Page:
In vivo rat assay: bone remodeling and steroid effects on juvenile bone by pQCT quantification in 7 days

Nansie A. McHugh, Haydee M. Vercesi, Robert W. Egan, John A. Hey
2003 American Journal of Physiology. Endocrinology and Metabolism  
In vivo rat assay: bone remodeling and steroid effects on juvenile bone by pQCT quantification in 7 days. Am J Physiol Endocrinol Metab 284: Dawley weanling rats were scanned for bone mineral density (BMD) values after 7 days of treatment to determine whether resorption/growth at the proximal tibia can be quantified by peripheral quantitative computed tomography scanning techniques. Because the weanling rat is in a rapid growth stage, all groups showed significant increases in change from
more » ... ne values of BMD. Bisphosphonate treatment produced significant dose-related changes in BMD with average increases of 195 and 241% (10 and 20 g/kg) vs. 86% in control rats. We further characterized this model to determine effects of steroids on growing bone. Graded doses of glucocorticoid (3.5, 7.0, 10.5, 14.0, 28.0, and 42.0 mg ⅐ kg Ϫ1 ⅐ wk Ϫ1 ) caused no significant differences in trabecular BMD in 7 days between control and treated rats. Significant decreases in growth (weights) and increases in cortical bone area were observed, indicating that this model may be useful in comparing effects of nonsteroid, anti-inflammatory alternatives on juvenile bone. Although the relevance of this model to adult disease remains to be elucidated, it also provides a tool for mechanistic evaluation of therapeutic modalities or efficacy assessment for dose selection for longerterm models. osteoporosis; bone mineral density; glucocorticoid; computed tomography; animal model ANIMAL MODELS that simulate osteoporosis, such as ovariectomized rodents (postmenopausal) and glucocorticoid-induced and senescence-related osteopenia, are typically conducted in aged animals over long periods of time. In the case of senescence-induced osteoporosis, decrements in bone density may not be observed for 3 to 6 mo. The cost of boarding and large amounts of drugs that are needed to sustain these chronic models are thus often prohibitive. Moreover, this protracted study time is rate limiting to evaluation and development of novel therapeutic agents. Normal bone growth involves both bone resorption and bone formation in a well-controlled balance. It is proposed that administration of an anti-resorptive agent to the 21-day-old growing rat may disrupt the normal equilibrium at this time of fast growth, leading to a significantly higher bone mass in treated rats compared with age-matched untreated rats. In early studies, Schenk and colleagues [Muhlbauer et al. (16) and Schenk et al. (21) ] utilized this 21-day-old model to screen bisphosphonate candidates. These studies showed that 7-day treatment with bisphosphonates yielded bones that demonstrated large increases in metaphysial density as measured by histology. The purpose of our study was to determine whether increases or decreases in apparent bone density can be quantified by peripheral quantitative computed tomography (pQCT) at an early time period. The 21-day-old rat represents a juvenile model of bone growth. The juvenile bone is particularly sensitive to corticosteroids. Corticosteroids are prescribed for severe asthma, juvenile rheumatoid arthritis, or dermatologic disease and are known to reduce bone turnover, stunt bone growth, and decrease bone mineral density (BMD) (5, 6, 9, 15, 23 ). An average daily dose of 5 mg⅐kg Ϫ1 ⅐day Ϫ1 will cause loss of BMD in the prepubertal child, and monitoring of bone density is recommended even for adults taking 7.5 mg⅐kg Ϫ1 ⅐day Ϫ1 for Ն6 mo (17). In their retrospective review of 212 patients, Hougardy et al. (10) reported that the median daily dose was 10 mg prednisolone equivalent and the median duration of oral corticosteroid treatment was 50 wk, which is well above the dosage capable of eliciting bone loss. Moreover, at an average dose of 0.67 mg⅐m Ϫ2 ⅐day Ϫ1 of inhaled steroids, there is a reduction in the acquisition of bone mineral in prepubertal children that compromises their peak bone mass and predisposes them to osteoporosis and a higher fracture risk as an adult (2). Therefore, we also wanted to determine whether we could quantify by pQCT with this model negative effects of corticosteroids on juvenile bone. Although pQCT scanning cannot replace the information obtained from histostaining, immunostaining, or histomorphometric analysis, it allows for the rapid and noninvasive evaluation of potential therapeutic anti-resorptive compounds in a shorter amount of time.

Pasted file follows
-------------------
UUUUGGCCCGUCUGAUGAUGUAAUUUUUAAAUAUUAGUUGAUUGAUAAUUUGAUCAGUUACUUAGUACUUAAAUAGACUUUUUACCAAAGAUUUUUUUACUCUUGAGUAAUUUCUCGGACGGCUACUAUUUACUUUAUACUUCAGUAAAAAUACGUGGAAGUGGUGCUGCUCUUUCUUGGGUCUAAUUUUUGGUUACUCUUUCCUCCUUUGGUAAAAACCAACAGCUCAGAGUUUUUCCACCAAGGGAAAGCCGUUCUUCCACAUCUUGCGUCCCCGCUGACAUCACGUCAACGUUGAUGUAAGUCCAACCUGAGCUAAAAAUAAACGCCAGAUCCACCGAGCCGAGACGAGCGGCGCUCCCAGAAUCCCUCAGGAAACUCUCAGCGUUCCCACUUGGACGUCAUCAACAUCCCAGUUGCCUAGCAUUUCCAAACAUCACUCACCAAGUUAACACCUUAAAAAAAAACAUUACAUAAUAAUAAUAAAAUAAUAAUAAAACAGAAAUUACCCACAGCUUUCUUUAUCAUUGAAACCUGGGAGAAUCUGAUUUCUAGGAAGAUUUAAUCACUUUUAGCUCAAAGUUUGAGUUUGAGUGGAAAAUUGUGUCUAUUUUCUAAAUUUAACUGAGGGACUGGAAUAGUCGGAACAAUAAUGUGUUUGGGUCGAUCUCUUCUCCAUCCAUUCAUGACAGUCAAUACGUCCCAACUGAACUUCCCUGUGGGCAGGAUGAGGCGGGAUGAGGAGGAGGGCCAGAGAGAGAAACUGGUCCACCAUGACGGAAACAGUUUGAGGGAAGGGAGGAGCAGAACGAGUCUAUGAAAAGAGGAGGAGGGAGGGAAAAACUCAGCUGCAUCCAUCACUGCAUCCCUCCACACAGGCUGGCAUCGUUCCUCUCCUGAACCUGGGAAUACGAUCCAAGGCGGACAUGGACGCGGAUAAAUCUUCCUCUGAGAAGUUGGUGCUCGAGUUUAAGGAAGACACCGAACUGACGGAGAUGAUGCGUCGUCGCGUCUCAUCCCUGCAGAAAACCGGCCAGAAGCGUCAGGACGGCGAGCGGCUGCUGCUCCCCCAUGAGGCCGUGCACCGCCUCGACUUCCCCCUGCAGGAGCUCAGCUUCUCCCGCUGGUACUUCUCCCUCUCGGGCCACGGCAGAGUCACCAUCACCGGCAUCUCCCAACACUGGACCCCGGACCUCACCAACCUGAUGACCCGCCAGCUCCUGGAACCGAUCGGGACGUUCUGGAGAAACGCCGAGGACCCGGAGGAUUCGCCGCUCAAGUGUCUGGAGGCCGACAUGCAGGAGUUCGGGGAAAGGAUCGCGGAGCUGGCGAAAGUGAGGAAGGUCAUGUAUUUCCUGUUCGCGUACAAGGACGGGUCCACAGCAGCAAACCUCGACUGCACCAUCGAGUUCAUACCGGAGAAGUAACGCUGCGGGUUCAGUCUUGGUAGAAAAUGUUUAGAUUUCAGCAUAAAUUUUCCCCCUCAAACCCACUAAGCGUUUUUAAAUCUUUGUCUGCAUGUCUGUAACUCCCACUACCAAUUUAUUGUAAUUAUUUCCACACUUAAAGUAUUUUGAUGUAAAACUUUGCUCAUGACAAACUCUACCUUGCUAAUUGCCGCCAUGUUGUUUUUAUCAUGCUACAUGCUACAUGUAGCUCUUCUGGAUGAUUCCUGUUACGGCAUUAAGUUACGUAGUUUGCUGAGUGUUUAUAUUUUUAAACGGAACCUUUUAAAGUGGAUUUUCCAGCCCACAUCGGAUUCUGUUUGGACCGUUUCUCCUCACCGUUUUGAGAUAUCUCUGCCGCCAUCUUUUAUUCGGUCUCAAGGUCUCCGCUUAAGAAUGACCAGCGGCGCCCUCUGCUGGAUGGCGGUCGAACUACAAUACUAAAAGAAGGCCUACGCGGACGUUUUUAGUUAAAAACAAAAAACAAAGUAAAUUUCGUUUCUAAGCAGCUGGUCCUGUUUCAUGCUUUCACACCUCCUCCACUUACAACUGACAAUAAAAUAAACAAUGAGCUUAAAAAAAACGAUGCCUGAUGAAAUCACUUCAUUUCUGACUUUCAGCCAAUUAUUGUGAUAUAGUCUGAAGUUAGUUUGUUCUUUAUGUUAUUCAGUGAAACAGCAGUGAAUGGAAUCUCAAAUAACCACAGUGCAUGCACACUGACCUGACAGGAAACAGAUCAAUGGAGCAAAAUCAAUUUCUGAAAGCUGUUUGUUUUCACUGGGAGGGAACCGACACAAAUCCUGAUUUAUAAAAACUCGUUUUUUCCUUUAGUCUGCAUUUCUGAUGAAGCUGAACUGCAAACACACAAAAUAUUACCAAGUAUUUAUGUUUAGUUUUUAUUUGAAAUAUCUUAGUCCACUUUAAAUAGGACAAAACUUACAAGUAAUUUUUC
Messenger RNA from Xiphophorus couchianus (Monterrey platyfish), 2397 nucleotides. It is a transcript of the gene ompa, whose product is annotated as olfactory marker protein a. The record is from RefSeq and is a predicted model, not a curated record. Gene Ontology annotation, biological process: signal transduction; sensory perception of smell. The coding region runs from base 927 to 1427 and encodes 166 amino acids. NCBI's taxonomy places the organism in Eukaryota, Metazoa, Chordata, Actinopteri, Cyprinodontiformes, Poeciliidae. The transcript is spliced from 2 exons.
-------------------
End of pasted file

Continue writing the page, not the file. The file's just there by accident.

doi:10.1152/ajpendo.00102.2002 pmid:12388153 fatcat:s4cc7rqg5rcaxfhf7aely6ozra